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Are they good or
bad for my
cholesterol?
Are chicken eggs
good or bad?
Eggs
Thomas Behrenbeck, M.D., Ph.D.
When deciding whether to include eggs
in your diet, consider the recommended
daily limits on cholesterol in your food:
If you are healthy, it’s recommended
that you limit your dietary cholesterol
intake to less than 300 milligrams
(mg) a day.
If you have cardiovascular disease,
diabetes or a high low-density
lipoprotein (LDL, or “bad”) blood
cholesterol level, you should limit your
dietary cholesterol intake to less than
200 mg a day.
One large egg has about 213 mg of
cholesterol — all of which is found in
the yolk. Therefore, if you eat an egg on
a given day, it’s important to limit other
sources of cholesterol for the rest of that
day. Consider substituting servings of
vegetables for servings of meat, or avoid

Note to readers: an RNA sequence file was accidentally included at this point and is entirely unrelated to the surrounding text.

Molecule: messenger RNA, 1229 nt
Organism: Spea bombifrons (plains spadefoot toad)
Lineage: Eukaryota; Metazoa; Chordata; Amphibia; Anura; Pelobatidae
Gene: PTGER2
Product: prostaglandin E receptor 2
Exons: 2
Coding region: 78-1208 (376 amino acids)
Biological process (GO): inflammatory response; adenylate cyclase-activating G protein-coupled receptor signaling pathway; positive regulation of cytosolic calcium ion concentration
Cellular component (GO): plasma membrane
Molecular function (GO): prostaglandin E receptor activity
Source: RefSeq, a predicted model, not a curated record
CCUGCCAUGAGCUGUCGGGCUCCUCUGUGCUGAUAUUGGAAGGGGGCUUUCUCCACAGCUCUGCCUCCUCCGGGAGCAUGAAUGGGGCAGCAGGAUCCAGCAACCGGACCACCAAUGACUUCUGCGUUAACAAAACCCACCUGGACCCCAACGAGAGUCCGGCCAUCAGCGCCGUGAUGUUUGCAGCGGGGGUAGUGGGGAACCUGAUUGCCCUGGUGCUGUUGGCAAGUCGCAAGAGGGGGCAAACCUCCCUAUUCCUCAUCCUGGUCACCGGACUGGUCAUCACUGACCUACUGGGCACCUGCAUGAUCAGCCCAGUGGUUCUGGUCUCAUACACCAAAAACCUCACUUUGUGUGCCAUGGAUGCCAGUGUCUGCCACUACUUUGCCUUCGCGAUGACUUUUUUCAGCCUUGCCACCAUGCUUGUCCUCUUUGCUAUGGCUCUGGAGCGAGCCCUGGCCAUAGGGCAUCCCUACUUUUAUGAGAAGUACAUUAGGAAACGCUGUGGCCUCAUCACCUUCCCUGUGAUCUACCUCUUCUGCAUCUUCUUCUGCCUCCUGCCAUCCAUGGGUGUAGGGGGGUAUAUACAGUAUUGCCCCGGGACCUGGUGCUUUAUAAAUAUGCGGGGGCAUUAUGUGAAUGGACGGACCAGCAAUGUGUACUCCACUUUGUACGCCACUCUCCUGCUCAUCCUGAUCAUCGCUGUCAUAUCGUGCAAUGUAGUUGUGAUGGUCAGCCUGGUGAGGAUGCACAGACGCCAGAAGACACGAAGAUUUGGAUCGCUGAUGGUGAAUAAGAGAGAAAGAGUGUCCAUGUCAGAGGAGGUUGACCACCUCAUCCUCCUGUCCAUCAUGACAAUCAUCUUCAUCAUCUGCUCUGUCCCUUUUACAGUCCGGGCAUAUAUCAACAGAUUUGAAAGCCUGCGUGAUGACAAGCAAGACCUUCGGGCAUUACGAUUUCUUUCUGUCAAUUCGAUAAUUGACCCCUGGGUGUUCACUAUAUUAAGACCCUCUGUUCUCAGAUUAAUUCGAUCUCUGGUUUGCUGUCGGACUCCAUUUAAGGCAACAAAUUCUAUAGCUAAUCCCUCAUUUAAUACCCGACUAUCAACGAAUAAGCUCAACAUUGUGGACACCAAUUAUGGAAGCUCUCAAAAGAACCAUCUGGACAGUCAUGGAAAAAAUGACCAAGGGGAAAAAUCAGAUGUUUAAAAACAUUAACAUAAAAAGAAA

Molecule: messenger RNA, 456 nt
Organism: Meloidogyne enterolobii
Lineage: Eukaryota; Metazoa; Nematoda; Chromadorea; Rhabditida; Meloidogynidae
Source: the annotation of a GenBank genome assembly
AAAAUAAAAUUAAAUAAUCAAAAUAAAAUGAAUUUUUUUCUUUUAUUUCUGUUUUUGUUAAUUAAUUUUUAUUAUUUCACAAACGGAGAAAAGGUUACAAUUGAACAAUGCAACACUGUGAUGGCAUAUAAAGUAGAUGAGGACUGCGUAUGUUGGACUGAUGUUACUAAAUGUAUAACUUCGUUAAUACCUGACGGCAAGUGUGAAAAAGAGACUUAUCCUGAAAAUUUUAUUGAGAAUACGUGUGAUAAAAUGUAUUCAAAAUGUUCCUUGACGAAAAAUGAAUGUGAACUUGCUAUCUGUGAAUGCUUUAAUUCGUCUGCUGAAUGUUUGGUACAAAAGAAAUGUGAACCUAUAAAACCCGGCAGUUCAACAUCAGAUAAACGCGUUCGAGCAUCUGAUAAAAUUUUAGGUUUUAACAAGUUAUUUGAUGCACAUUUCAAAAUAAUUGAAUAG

high-fat dairy products for that day.
If you like eggs but don’t want the extra
cholesterol, use only the egg whites. Egg
whites contain no cholesterol. You may
also use cholesterol-free egg substitutes,
which are made with egg whites. If you
want to reduce cholesterol in a recipe
that calls for eggs, use two egg whites
or 1/4 cup (59 milliliters) cholesterol-free
egg substitute in place of one whole egg.
Chicken eggs
are high in
cholesterol, and
a diet high in
cholesterol can
contribute to
high
blood cholesterol
levels.
However,
how much the
cholesterol in
your diet
can
increase your blood
cholesterol varies
from person to
person.
Jan/Feb 2012
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